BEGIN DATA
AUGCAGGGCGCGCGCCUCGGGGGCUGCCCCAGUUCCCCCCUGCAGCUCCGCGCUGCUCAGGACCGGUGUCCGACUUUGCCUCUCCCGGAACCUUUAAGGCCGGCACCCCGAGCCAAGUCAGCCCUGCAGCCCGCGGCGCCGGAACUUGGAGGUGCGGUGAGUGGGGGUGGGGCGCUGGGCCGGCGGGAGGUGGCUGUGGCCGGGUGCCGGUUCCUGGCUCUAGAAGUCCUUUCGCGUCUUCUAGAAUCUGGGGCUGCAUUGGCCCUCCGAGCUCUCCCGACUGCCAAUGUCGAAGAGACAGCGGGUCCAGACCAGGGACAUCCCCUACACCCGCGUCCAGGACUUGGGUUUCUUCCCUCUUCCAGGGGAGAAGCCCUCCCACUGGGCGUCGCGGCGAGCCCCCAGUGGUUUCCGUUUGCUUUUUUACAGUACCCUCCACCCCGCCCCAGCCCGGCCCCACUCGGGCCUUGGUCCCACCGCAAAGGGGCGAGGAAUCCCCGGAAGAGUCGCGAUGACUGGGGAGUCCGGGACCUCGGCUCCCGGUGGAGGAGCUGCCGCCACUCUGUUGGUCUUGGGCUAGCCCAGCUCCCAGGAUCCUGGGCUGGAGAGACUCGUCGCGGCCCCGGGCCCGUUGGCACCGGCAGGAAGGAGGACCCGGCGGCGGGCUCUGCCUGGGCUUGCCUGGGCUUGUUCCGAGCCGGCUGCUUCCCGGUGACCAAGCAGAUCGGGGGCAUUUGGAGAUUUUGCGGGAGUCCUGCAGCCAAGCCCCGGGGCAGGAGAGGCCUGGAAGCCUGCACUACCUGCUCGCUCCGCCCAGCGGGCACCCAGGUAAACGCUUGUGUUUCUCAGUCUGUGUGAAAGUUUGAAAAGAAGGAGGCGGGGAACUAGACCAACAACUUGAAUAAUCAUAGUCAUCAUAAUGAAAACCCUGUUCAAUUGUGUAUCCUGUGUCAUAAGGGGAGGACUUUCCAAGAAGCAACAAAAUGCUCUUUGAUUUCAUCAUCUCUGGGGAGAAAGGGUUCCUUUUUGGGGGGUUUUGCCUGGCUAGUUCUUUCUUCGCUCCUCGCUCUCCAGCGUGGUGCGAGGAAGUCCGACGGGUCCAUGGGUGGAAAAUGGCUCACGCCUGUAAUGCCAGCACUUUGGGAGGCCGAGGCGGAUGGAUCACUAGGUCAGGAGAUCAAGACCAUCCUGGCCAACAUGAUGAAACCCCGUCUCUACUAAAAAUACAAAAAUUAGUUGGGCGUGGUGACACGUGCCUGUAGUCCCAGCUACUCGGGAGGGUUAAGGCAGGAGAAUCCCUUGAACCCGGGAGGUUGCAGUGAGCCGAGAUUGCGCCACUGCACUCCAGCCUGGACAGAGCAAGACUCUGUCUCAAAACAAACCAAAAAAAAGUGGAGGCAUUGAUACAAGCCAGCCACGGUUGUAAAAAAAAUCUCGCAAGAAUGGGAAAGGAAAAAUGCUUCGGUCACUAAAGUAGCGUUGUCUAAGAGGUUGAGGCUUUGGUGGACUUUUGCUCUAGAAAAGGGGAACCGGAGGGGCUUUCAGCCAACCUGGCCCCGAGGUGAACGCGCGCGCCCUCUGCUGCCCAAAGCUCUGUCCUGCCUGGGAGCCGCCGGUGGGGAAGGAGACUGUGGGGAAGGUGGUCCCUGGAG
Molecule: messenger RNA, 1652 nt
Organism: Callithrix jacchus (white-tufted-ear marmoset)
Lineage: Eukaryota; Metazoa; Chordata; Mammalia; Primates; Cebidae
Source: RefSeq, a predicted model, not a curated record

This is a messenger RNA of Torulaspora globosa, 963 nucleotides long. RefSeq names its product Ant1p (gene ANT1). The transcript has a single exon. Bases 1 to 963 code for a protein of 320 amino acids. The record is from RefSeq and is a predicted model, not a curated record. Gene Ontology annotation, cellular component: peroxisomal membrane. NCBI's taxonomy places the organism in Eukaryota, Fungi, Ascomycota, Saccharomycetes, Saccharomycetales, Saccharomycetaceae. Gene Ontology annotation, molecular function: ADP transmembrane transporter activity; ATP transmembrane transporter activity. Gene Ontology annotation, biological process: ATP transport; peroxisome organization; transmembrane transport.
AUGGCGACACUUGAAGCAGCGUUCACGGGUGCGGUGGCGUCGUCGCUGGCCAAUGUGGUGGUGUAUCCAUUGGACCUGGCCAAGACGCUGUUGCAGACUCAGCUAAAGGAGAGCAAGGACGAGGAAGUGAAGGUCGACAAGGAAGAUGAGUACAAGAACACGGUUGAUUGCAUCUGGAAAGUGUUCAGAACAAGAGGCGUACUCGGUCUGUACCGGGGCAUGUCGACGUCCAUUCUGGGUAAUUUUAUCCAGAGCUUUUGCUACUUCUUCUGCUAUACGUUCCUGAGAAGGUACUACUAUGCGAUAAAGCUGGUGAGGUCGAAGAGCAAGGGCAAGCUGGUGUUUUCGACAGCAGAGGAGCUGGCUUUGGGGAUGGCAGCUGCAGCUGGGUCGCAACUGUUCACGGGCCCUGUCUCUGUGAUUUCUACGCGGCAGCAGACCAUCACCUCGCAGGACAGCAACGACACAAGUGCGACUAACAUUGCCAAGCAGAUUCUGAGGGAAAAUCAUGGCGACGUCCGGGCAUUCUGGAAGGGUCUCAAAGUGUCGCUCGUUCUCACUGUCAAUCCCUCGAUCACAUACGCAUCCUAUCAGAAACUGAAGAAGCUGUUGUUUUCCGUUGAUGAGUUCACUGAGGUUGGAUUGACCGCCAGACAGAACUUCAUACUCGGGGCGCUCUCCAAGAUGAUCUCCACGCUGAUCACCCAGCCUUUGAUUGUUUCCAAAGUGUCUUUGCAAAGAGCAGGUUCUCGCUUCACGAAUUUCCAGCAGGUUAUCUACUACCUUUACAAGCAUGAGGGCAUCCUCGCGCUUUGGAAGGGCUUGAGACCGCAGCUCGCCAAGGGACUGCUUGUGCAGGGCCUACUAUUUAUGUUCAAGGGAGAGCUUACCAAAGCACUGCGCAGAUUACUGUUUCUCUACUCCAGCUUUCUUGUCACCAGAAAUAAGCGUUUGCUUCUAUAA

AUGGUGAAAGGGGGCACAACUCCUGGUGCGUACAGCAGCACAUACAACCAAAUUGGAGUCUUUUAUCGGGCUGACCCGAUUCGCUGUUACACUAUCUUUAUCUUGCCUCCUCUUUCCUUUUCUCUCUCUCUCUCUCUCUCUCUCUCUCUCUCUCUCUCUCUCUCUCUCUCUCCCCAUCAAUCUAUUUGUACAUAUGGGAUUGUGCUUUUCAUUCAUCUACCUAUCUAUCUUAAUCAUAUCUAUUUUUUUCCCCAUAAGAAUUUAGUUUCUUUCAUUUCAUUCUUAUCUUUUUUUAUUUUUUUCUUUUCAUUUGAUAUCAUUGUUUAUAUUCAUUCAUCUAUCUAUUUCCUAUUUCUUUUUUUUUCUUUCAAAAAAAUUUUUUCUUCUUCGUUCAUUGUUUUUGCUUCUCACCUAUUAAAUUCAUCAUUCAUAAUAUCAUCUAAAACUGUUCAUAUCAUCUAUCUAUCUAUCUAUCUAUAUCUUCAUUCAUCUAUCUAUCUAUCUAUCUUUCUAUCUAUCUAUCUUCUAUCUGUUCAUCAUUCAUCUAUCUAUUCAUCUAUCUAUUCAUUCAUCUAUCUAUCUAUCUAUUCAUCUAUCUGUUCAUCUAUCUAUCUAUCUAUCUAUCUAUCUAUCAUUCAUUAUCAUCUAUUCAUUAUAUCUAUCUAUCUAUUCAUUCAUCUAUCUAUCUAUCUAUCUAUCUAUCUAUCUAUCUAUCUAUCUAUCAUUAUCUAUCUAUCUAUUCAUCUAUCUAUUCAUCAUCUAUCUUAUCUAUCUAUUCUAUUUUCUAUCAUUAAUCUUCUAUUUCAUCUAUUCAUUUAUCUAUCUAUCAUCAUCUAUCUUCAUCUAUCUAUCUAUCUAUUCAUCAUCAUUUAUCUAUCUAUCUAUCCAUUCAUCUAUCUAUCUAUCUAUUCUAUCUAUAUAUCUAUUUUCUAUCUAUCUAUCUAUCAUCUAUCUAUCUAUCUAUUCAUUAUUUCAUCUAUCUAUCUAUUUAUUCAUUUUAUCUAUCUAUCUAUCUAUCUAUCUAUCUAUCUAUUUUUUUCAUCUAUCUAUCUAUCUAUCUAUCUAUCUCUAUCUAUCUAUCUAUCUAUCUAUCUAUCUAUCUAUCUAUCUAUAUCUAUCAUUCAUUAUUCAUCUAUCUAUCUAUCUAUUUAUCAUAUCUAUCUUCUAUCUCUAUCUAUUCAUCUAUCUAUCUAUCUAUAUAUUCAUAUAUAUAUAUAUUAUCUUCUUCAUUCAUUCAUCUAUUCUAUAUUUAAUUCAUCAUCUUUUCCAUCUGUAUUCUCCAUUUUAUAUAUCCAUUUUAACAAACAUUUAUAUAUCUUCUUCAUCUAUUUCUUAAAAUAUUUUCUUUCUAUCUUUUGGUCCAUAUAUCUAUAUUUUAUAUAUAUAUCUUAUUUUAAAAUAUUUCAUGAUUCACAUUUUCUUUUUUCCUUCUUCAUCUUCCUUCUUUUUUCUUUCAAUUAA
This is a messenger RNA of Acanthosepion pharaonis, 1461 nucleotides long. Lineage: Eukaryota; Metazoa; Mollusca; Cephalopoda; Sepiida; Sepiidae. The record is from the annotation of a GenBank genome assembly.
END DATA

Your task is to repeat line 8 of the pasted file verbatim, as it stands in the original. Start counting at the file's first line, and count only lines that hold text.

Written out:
AUGGUGAAAGGGGGCACAACUCCUGGUGCGUACAGCAGCACAUACAACCAAAUUGGAGUCUUUUAUCGGGCUGACCCGAUUCGCUGUUACACUAUCUUUAUCUUGCCUCCUCUUUCCUUUUCUCUCUCUCUCUCUCUCUCUCUCUCUCUCUCUCUCUCUCUCUCUCUCUCUCCCCAUCAAUCUAUUUGUACAUAUGGGAUUGUGCUUUUCAUUCAUCUACCUAUCUAUCUUAAUCAUAUCUAUUUUUUUCCCCAUAAGAAUUUAGUUUCUUUCAUUUCAUUCUUAUCUUUUUUUAUUUUUUUCUUUUCAUUUGAUAUCAUUGUUUAUAUUCAUUCAUCUAUCUAUUUCCUAUUUCUUUUUUUUUCUUUCAAAAAAAUUUUUUCUUCUUCGUUCAUUGUUUUUGCUUCUCACCUAUUAAAUUCAUCAUUCAUAAUAUCAUCUAAAACUGUUCAUAUCAUCUAUCUAUCUAUCUAUCUAUAUCUUCAUUCAUCUAUCUAUCUAUCUAUCUUUCUAUCUAUCUAUCUUCUAUCUGUUCAUCAUUCAUCUAUCUAUUCAUCUAUCUAUUCAUUCAUCUAUCUAUCUAUCUAUUCAUCUAUCUGUUCAUCUAUCUAUCUAUCUAUCUAUCUAUCUAUCAUUCAUUAUCAUCUAUUCAUUAUAUCUAUCUAUCUAUUCAUUCAUCUAUCUAUCUAUCUAUCUAUCUAUCUAUCUAUCUAUCUAUCUAUCAUUAUCUAUCUAUCUAUUCAUCUAUCUAUUCAUCAUCUAUCUUAUCUAUCUAUUCUAUUUUCUAUCAUUAAUCUUCUAUUUCAUCUAUUCAUUUAUCUAUCUAUCAUCAUCUAUCUUCAUCUAUCUAUCUAUCUAUUCAUCAUCAUUUAUCUAUCUAUCUAUCCAUUCAUCUAUCUAUCUAUCUAUUCUAUCUAUAUAUCUAUUUUCUAUCUAUCUAUCUAUCAUCUAUCUAUCUAUCUAUUCAUUAUUUCAUCUAUCUAUCUAUUUAUUCAUUUUAUCUAUCUAUCUAUCUAUCUAUCUAUCUAUCUAUUUUUUUCAUCUAUCUAUCUAUCUAUCUAUCUAUCUCUAUCUAUCUAUCUAUCUAUCUAUCUAUCUAUCUAUCUAUCUAUAUCUAUCAUUCAUUAUUCAUCUAUCUAUCUAUCUAUUUAUCAUAUCUAUCUUCUAUCUCUAUCUAUUCAUCUAUCUAUCUAUCUAUAUAUUCAUAUAUAUAUAUAUUAUCUUCUUCAUUCAUUCAUCUAUUCUAUAUUUAAUUCAUCAUCUUUUCCAUCUGUAUUCUCCAUUUUAUAUAUCCAUUUUAACAAACAUUUAUAUAUCUUCUUCAUCUAUUUCUUAAAAUAUUUUCUUUCUAUCUUUUGGUCCAUAUAUCUAUAUUUUAUAUAUAUAUCUUAUUUUAAAAUAUUUCAUGAUUCACAUUUUCUUUUUUCCUUCUUCAUCUUCCUUCUUUUUUCUUUCAAUUAA